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Refugee Welcome Schools

14 and 15 year olds at Saint Gabriel’s College, a Church of England secondary school in South London, have set up a network of Refugees Welcome Schools and are hosting this week the first summit of schools who want to do more for this vulnerable group.

Here, some students share their motivations and what they hope to achieve.

Amanda: Last autumn, the news was full of pictures of the Syrian refugees being forced to leave their homes and make terrifying journeys. So many refugees are just young people like us, and if we were in that situation, we would hope that someone would be willing to help. One of our school Christian values is Service to Others – Jesus teaches us to help our neighbour. We decided that we wouldn’t just walk on past as people suffered but that we would do whatever we could.

Oliwia: Our school is a member of Citizens UK, a community organising movement that helps people to become leaders, work together and change things for the better. We felt that the refugee crisis was very important to us so we wanted to take action that would make a difference. We are an inclusive Christian school with students of different faiths, languages and cultures, so we are already quite good at welcoming students who arrive from other countries. We thought about what a young refugee would need if they came to our school, and that we could set an example for how refugees should be treated.

Megan: We came up with the idea of becoming a “Refugees Welcome School”, so that we can play our part in responding to the crisis and be ready to give refugees who arrive here the support they need. We worked with our Citizens UK organiser to design a “Refugees Welcome School” commitment. Schools that sign up to this promise to teach all their pupils about refugees, and provide a welcome to refugee students including English language support, a school “buddy” and welcome activities. Schools all over the country have signed up to the initiative which is incredibly exciting.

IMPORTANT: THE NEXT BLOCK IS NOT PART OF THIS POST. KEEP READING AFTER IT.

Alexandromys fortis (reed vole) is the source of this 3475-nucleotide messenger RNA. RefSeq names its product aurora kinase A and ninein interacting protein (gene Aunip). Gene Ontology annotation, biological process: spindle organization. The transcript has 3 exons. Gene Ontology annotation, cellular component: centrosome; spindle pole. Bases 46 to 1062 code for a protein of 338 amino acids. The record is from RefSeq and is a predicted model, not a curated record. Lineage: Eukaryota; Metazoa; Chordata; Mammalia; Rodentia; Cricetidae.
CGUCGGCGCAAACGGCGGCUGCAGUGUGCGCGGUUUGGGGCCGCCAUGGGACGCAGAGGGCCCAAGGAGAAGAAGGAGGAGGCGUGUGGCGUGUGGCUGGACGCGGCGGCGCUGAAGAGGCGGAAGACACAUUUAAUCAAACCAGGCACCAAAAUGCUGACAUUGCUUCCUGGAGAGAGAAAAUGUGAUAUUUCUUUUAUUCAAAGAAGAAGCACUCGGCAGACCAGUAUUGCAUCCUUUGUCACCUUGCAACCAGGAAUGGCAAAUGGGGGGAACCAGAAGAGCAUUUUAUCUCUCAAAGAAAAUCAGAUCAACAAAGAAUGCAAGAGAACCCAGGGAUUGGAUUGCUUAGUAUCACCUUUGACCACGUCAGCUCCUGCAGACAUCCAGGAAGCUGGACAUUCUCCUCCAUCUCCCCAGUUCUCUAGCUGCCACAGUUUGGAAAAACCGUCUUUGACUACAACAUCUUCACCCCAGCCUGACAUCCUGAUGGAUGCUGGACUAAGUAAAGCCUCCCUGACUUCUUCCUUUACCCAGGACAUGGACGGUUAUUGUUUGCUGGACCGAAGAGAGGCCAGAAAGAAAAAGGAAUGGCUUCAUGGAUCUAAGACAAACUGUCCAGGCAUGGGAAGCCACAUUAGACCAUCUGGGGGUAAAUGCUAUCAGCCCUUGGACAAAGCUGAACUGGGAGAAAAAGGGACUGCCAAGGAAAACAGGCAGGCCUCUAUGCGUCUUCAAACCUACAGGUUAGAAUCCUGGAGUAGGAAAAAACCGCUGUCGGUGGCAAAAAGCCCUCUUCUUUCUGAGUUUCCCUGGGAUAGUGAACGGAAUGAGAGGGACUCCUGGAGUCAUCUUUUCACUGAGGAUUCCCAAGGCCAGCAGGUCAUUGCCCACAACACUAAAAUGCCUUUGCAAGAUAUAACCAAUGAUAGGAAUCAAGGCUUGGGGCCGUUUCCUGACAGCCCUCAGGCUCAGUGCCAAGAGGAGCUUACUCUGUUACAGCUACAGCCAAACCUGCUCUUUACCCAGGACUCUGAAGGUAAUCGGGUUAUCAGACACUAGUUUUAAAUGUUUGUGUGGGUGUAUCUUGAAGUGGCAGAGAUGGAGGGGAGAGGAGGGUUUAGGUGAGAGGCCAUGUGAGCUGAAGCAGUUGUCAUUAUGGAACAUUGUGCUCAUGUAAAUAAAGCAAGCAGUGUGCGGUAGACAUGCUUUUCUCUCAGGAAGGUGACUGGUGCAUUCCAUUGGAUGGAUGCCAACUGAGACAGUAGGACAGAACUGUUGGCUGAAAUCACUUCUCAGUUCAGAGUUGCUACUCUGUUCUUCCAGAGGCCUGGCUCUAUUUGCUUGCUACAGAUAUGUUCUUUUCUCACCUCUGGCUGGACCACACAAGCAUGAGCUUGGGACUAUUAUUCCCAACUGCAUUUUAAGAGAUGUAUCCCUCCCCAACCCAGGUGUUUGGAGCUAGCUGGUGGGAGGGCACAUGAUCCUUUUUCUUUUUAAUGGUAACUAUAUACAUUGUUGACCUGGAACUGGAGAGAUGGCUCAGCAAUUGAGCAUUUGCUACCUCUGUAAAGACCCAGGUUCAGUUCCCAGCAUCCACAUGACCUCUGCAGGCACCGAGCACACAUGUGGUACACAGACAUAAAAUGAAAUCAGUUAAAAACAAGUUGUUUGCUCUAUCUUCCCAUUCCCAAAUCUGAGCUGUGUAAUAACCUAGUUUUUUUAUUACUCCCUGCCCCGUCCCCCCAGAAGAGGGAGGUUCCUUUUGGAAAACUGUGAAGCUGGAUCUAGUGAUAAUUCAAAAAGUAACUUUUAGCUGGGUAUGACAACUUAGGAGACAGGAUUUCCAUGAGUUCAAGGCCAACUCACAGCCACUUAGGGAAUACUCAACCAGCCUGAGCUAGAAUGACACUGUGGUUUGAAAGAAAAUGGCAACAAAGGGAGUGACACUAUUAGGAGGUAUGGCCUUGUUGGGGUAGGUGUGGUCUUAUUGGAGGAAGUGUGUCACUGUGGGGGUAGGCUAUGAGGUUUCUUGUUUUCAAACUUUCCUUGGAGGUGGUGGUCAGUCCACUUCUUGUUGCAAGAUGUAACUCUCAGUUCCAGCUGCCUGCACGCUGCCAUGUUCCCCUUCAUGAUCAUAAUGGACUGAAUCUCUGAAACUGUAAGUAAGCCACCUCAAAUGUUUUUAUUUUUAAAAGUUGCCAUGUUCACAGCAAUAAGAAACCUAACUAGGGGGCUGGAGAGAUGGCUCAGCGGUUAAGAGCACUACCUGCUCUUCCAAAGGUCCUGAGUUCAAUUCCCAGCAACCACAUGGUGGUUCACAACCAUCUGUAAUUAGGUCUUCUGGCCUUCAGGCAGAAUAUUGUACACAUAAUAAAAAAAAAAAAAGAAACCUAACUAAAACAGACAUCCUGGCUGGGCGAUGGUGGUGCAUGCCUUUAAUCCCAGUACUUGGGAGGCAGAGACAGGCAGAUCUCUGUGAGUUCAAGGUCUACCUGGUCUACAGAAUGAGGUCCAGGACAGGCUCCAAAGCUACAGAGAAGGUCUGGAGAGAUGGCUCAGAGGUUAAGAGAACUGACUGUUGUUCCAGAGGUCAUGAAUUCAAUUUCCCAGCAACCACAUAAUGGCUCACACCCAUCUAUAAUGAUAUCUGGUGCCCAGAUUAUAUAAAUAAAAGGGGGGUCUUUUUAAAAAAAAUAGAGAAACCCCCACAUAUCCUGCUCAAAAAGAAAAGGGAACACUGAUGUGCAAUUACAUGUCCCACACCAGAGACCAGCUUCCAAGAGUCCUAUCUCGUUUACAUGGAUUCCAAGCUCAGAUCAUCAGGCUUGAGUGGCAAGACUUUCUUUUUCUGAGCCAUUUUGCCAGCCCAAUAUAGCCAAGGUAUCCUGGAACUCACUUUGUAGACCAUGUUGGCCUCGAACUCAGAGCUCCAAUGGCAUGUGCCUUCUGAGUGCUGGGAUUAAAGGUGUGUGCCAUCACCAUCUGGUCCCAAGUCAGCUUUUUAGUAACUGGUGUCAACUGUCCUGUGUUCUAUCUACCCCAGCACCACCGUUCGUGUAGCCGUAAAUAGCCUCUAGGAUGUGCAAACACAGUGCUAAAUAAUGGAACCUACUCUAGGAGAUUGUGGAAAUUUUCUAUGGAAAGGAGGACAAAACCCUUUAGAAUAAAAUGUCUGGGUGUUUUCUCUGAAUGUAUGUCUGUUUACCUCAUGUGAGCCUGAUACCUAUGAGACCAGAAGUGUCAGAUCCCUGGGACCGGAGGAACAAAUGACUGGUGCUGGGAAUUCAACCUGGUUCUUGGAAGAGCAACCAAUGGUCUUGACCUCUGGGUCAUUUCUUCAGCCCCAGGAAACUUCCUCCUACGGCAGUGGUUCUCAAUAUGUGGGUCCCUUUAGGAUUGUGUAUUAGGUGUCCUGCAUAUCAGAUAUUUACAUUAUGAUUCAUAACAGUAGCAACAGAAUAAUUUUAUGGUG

Crystal: Being a Refugees Welcome School also means using our public voice and organising with our local community to support refugee resettlement. We can’t just wait for the government to sort everything out - we would be waiting for ever! For example, despite the government’s promise to resettle 20,000 people, by October very few refugees had arrived. We took part in the “1000 Before Christmas” vigil outside the Houses of Parliament. I had never spoken in public before, but that day I spoke to a crowd of 1000 people about Refugees Welcome Schools and the fact that we are ready to resettle refugees – so the government should be too. One week later the Prime Minister announced that Britain would resettle 1000 refugees by Christmas – which we did! We also worked with local faith groups to convince our council, Lambeth, to agree to resettle 20 families. Working together with other people can really make things change for the better.

Danielle: In Refugee Week we are hosting a summit for Refugees Welcome Schools. 25 primary and secondary schools are attending from all over the country with 100 young people with their teachers. They include Christians, Muslims, atheists –image everyone! We can’t believe that our idea has come so far. The summit will be a chance to share ideas and good practice, think about further action we can take, and celebrate the work that schools and young people can do to support refugees. We hope that many schools will become Refugees Welcome Schools so together we can really make a difference.

For more information on Refugees Welcome Schools click here

(NB: This blog was first posted on the Church of England Tumblr page. )

Posted on 20 Jun, 2016